With its big, baby blue eyes, beautiful and distinctive pattern, and sleek, super-short fur, the Siamese is the most universally recognized cat breed. They are graceful, elegant, and long—long bodies, long heads, long tails, long necks, and long legs. The unique, tubular body is fine-boned, trim, elongated, svelte, and muscular. The head is a medium-size tapering wedge with a flat forehead and a fine, wedge-shaped muzzle. The wedge starts at the nose and flares out in straight lines to the tips of the ears, forming a triangle, with no break at the whiskers. In profile, a straight line can be drawn from the top of the head to the tip of the nose. Ears are very large, pointed, wide at the base, and set wide on the head, continuing the lines of the wedge.
The neck is slender, the legs long and thin, and the tail is long and tapering, without kinks. The almond-shaped eyes are medium in size, uncrossed, and deep, vivid blue. They are set not less than one eye width apart, with a slight slant toward the nose. Extreme males weigh 7 to 9 pounds; females weigh 5 to 7 pounds. Traditional males weigh 11 to 15 pounds; females weigh 8 to 12 pounds. Show cats cannot be flabby, bony, or fat. Balance and refinement are vital to the breed; all parts should come together into a harmonious whole, with neither too much nor too little consideration given to any particular feature.
Traditional Siamese are popular as pets, but they can be shown as pedigreed cats only in a few cat associations; UFO and TCA accept the Traditional Siamese under that name, CFF accepts the Traditional Siamese under the name "Old Style Siamese," and TICA accepts the Traditional Siamese under the name "Thai." While they cannot be shown in any other organizations (except in the Household Pet category), Traditional Siamese can be registered as Siamese in some associations. According to Traditional fanciers, the Traditional is generally healthier and hardier, and lacks many of the inherited diseases and conditions found in some Extreme bloodlines.
The Siamese’s fine-textured coat is very short, silky, and glossy, and lies close to the body. However, the defining feature of the breed is its pattern. In CFA and CCA, the Siamese comes in four coat colors: seal, chocolate, blue, and lilac, and one pattern—colorpoint, also called point restricted. Other associations accept the additional colors of red point, cream point, blue-cream point, lilac-cream point, and many colors in lynx point, tortie lynx point, and parti-color point. The points of the body—ears, face mask, feet, and tail—are darker than the rest of the body due to a temperature-controlled enzyme that creates greater depth of color at the parts of the body farthest away from the heart. These areas are a few degrees cooler, and so the color is concentrated in those areas. There is a clear contrast between the light body color and the darker points, and all the color points must be the same shade. Body color generally darkens with age. Type is considered more important than color. There are no allowable outcrosses.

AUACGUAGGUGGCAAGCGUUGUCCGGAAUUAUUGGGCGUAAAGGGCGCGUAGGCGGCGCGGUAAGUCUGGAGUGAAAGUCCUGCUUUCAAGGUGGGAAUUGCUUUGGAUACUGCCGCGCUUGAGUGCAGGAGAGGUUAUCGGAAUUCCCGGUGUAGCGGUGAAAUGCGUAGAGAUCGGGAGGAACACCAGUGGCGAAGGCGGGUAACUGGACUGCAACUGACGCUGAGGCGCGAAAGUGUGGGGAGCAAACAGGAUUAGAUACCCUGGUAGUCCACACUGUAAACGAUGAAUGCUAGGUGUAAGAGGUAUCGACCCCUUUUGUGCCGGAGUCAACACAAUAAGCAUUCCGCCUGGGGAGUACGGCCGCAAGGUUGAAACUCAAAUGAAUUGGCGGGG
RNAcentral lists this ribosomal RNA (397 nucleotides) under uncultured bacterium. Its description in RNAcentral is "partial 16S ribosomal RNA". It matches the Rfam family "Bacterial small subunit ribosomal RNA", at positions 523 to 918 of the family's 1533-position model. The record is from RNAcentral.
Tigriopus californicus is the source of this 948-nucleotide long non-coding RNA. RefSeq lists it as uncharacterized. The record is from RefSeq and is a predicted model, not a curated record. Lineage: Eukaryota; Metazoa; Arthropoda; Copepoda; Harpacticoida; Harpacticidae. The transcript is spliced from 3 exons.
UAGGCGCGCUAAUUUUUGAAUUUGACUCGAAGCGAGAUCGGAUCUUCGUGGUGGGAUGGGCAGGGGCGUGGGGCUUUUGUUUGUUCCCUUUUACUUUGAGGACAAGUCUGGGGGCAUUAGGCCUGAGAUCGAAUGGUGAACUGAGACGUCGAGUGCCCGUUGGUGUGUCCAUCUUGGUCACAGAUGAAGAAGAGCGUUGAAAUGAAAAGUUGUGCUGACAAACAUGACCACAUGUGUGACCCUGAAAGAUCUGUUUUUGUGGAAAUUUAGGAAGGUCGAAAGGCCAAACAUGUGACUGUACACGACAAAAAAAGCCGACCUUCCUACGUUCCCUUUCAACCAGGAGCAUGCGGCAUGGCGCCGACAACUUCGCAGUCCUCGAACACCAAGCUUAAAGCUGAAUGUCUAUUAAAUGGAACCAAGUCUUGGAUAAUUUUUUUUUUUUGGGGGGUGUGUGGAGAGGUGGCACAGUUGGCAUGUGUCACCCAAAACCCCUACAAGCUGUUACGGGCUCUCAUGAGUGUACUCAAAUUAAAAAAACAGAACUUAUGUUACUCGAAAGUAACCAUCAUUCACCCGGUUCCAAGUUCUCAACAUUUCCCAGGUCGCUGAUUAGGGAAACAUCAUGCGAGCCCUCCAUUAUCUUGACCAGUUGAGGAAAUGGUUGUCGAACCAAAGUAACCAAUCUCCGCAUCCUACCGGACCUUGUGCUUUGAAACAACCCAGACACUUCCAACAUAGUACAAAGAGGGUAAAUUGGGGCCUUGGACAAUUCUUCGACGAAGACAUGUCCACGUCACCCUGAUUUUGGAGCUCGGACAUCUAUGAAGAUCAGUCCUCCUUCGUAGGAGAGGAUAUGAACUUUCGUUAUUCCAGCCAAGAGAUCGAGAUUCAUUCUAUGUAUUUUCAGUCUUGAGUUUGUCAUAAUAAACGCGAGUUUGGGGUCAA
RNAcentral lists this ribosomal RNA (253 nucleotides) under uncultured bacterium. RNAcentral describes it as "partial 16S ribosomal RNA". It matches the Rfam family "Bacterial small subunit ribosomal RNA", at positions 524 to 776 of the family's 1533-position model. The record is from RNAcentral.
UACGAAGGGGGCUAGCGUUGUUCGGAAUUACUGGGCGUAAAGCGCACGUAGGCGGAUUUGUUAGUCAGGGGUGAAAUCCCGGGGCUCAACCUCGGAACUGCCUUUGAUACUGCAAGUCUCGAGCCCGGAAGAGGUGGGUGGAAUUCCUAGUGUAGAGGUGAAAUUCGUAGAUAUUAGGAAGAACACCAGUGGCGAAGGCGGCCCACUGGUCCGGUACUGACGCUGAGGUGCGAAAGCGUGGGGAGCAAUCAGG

The Royal Cat of Siam has been around for many centuries, but no one knows for sure exactly when the breed originated. According to historical accounts, these living works of art were treasured in their native land for hundreds of generations and were the companions of royalty and religious leaders.
The Siamese was described and depicted in The Cat-Book Poems, which confirms that the breed has existed in Siam (now Thailand) for many centuries. The manuscript was written in the city of Ayutthaya, Siam, some time between 1350, when the city was founded, and 1767, when the city was burned by Burmese invaders (the people, not the cat breed). The illustrations in the manuscript clearly show cats with pale coats and dark points on the ears, tails, faces, and feet.
Exactly when the document was written is unknown because the original, painstakingly handwritten and decorated with illustrations and gold leaf, was made of palm leaf or bark. When the document became too fragile, a fresh copy was made and the new scribe would sometimes bring his own interpretation to the work. This makes it difficult to date. But whether it was written more than 650 years ago or only about 250, it’s still very old—likely the oldest manuscript about cats in existence. A copy of The Cat-Book Poems is kept secured and preserved in Bangkok’s National Library.
Because the Siamese was so valued in its native land, the cats were rarely given to outsiders, so the rest of the world didn't become acquainted with the breed until the 1800s. Siamese cats were exhibited in 1871 in the first modern-style cat show at London's Crystal Palace. At the event, one journalist described the new breed as "an unnatural, nightmare kind of cat."
Others fell in love with the exotic breed’s unique color pattern and lithe, graceful body style. In spite of early naysayers and the difficulty of importing the cats, the Siamese rocketed to popularity in Europe. The first Siamese standard, written in 1892 in Great Britain, described the Siamese as "a striking-looking cat of medium size, if weighty, not showing bulk, as this would detract from the admired svelte appearance... often distinguished by a kink in the tail." At that time, the admired svelte appearance was not nearly as lithe as the Extreme Siamese type of today. Kinked tails and crossed eyes were common, although both are now faults.
The Siamese was brought to the United States around 1890 and quickly became established with the growing American cat fancy. Although the cat fancy endured ups and downs during the troubled years of the Great Depression and World War II, the Siamese maintained its popularity and today is one of the most popular shorthaired breeds. According to CFA’s 2014 registration totals, the Siamese is the sixth most popular shorthair, and ninth most popular overall.